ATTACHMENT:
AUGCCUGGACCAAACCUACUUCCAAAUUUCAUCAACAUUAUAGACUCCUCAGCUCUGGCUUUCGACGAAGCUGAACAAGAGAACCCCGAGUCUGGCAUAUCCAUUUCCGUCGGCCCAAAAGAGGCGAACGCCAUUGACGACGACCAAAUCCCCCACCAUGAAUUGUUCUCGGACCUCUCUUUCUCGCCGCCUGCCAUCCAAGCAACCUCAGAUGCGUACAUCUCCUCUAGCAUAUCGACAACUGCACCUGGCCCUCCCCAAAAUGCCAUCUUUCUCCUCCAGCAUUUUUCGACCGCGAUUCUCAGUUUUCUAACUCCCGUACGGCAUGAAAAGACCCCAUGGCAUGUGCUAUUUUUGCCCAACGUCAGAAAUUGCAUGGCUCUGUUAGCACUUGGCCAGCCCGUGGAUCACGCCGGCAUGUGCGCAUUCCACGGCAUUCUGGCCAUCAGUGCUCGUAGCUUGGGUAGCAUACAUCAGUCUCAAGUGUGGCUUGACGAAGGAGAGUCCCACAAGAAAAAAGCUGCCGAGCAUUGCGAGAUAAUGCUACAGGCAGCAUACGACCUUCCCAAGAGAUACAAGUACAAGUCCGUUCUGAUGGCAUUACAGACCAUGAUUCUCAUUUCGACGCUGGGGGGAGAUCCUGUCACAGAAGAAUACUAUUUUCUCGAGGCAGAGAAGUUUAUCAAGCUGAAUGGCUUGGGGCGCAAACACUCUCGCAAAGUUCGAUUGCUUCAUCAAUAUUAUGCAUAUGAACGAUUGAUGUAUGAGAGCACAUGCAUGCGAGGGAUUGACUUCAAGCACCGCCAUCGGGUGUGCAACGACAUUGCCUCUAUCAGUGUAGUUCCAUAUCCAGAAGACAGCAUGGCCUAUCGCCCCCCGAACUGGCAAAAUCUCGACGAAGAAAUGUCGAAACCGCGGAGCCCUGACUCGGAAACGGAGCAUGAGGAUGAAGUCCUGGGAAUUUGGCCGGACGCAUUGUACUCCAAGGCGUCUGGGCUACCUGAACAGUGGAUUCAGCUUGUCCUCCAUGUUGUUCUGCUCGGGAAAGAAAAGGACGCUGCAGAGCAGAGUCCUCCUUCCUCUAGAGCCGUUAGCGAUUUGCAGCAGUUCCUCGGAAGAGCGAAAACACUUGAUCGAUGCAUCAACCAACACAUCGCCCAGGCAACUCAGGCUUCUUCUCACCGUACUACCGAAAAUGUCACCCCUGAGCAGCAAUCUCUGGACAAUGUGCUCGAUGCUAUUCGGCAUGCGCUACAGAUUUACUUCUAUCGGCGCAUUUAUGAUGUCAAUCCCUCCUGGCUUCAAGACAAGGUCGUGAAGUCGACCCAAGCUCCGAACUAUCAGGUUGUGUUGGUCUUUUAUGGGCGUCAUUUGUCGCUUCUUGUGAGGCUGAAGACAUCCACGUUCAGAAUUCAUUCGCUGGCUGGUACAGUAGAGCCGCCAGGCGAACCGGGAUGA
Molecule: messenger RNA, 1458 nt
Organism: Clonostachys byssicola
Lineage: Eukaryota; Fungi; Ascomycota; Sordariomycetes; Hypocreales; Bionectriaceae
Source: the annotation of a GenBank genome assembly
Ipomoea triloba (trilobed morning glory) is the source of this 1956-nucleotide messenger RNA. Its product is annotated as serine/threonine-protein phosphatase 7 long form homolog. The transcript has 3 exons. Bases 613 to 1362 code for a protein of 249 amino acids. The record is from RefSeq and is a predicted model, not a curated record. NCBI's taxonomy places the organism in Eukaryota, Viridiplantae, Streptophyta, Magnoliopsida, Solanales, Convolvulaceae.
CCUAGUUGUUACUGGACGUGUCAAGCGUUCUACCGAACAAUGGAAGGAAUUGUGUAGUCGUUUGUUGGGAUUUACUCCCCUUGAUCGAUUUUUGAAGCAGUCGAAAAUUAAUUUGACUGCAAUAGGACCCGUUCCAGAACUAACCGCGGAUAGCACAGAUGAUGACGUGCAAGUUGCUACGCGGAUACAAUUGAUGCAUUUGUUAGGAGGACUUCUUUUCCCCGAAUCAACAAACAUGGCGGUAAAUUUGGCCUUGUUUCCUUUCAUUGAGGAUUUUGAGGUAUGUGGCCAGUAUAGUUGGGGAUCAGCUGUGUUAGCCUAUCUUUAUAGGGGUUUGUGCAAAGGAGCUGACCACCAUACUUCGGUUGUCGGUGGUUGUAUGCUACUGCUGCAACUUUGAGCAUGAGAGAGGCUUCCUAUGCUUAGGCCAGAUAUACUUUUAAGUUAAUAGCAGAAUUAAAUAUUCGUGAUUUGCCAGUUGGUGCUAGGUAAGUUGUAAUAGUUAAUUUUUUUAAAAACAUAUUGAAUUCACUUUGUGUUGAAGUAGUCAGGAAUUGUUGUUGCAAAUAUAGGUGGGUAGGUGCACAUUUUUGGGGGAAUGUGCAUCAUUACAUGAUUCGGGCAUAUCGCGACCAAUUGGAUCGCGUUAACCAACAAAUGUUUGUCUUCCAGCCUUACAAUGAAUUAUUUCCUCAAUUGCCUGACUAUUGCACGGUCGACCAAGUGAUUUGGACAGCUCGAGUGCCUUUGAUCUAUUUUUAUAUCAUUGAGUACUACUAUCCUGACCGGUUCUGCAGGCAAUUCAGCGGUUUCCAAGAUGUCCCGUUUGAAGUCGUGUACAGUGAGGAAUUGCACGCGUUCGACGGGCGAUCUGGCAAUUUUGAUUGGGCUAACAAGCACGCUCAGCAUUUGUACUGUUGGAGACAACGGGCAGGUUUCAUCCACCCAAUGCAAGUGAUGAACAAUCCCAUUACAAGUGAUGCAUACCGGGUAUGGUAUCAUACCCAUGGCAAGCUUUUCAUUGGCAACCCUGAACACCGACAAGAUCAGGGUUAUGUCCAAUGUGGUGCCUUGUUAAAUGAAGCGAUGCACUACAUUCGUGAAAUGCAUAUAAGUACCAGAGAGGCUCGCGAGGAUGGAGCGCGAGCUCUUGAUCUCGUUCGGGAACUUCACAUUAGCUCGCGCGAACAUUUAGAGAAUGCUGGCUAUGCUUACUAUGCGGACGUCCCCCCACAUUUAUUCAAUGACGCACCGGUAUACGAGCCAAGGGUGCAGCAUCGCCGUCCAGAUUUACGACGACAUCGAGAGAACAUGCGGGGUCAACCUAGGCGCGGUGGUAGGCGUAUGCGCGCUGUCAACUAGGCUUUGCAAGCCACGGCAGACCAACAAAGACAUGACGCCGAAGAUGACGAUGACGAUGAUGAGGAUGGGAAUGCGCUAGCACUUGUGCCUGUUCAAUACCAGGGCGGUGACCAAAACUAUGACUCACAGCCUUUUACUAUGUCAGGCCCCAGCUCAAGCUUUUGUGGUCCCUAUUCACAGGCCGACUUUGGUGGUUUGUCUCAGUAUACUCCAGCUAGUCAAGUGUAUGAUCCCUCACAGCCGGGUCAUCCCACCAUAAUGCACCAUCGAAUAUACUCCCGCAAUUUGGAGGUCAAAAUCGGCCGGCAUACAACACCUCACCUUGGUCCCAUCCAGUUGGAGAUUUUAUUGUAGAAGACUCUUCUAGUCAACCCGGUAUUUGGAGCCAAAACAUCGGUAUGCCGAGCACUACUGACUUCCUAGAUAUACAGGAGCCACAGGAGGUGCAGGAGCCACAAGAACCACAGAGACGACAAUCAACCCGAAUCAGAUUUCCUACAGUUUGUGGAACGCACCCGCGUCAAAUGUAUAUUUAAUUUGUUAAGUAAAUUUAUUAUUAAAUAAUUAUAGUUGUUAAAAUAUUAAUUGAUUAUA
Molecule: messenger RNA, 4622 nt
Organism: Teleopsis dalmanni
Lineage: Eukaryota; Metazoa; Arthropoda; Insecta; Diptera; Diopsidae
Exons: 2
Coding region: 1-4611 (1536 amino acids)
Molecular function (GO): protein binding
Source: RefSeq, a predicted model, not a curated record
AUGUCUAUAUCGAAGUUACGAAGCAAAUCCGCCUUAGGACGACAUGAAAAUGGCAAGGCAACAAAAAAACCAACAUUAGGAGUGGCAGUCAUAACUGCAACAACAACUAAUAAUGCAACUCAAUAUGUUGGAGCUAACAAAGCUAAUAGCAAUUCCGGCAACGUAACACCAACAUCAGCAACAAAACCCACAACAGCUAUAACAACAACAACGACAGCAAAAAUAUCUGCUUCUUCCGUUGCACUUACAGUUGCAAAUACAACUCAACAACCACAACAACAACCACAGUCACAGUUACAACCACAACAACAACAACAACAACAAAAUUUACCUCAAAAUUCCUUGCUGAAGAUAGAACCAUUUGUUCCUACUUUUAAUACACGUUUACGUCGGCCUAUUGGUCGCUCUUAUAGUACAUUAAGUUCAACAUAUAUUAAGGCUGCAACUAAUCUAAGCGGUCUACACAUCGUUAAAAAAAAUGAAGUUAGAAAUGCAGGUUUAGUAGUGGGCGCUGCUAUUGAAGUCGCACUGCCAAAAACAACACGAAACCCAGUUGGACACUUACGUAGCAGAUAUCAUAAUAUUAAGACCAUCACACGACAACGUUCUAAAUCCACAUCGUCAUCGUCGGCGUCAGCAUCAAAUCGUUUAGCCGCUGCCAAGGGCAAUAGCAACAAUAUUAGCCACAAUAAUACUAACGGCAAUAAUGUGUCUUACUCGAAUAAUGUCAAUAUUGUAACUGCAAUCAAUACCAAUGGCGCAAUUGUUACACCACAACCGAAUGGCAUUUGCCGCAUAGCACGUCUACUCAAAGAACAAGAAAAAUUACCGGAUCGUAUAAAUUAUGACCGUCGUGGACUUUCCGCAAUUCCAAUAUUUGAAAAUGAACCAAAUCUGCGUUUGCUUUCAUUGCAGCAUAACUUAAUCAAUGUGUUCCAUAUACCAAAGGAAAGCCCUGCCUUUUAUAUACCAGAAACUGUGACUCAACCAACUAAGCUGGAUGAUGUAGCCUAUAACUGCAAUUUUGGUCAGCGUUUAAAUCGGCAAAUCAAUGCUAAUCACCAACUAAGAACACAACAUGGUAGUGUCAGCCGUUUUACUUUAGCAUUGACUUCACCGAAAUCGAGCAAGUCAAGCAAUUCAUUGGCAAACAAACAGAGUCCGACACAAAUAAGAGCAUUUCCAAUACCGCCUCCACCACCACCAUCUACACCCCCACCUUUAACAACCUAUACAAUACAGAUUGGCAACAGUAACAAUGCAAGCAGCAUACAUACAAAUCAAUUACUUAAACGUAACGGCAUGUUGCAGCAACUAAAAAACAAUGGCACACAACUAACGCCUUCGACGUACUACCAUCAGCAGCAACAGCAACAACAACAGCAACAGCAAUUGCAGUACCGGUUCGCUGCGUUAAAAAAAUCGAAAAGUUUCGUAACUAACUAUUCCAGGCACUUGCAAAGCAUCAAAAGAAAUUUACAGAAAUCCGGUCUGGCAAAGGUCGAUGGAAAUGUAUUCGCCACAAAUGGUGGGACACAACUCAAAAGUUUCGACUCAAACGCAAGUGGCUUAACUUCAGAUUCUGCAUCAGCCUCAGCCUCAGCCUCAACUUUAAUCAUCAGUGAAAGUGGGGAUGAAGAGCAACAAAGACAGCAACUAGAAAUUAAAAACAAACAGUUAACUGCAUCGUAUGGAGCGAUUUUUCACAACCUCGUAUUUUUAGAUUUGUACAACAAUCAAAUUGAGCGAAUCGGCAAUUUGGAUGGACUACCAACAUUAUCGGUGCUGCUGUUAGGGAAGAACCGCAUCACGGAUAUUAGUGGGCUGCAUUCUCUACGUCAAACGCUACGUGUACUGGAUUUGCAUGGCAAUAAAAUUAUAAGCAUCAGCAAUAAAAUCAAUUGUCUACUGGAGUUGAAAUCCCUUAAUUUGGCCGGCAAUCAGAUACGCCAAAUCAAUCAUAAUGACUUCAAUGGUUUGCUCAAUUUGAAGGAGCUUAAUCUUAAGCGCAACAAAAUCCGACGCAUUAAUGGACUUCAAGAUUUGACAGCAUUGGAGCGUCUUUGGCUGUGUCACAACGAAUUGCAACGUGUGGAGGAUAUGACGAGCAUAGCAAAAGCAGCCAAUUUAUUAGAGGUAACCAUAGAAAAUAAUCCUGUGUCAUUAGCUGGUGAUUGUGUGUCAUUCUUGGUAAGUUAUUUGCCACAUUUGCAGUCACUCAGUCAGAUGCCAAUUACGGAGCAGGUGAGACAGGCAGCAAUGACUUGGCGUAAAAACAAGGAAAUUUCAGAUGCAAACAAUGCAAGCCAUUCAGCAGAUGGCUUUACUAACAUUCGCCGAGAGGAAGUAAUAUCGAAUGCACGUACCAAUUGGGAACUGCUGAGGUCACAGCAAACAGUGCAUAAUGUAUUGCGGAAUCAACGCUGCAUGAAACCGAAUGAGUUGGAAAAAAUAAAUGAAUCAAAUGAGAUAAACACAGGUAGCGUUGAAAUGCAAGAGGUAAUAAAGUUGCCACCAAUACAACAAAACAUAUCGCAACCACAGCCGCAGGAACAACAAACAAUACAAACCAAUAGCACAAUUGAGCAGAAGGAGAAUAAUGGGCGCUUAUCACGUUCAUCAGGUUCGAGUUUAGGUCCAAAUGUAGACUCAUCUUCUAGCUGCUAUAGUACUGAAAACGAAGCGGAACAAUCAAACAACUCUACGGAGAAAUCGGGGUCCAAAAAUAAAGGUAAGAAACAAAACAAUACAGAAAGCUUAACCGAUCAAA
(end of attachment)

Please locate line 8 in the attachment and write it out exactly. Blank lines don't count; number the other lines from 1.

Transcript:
Molecule: messenger RNA, 4622 nt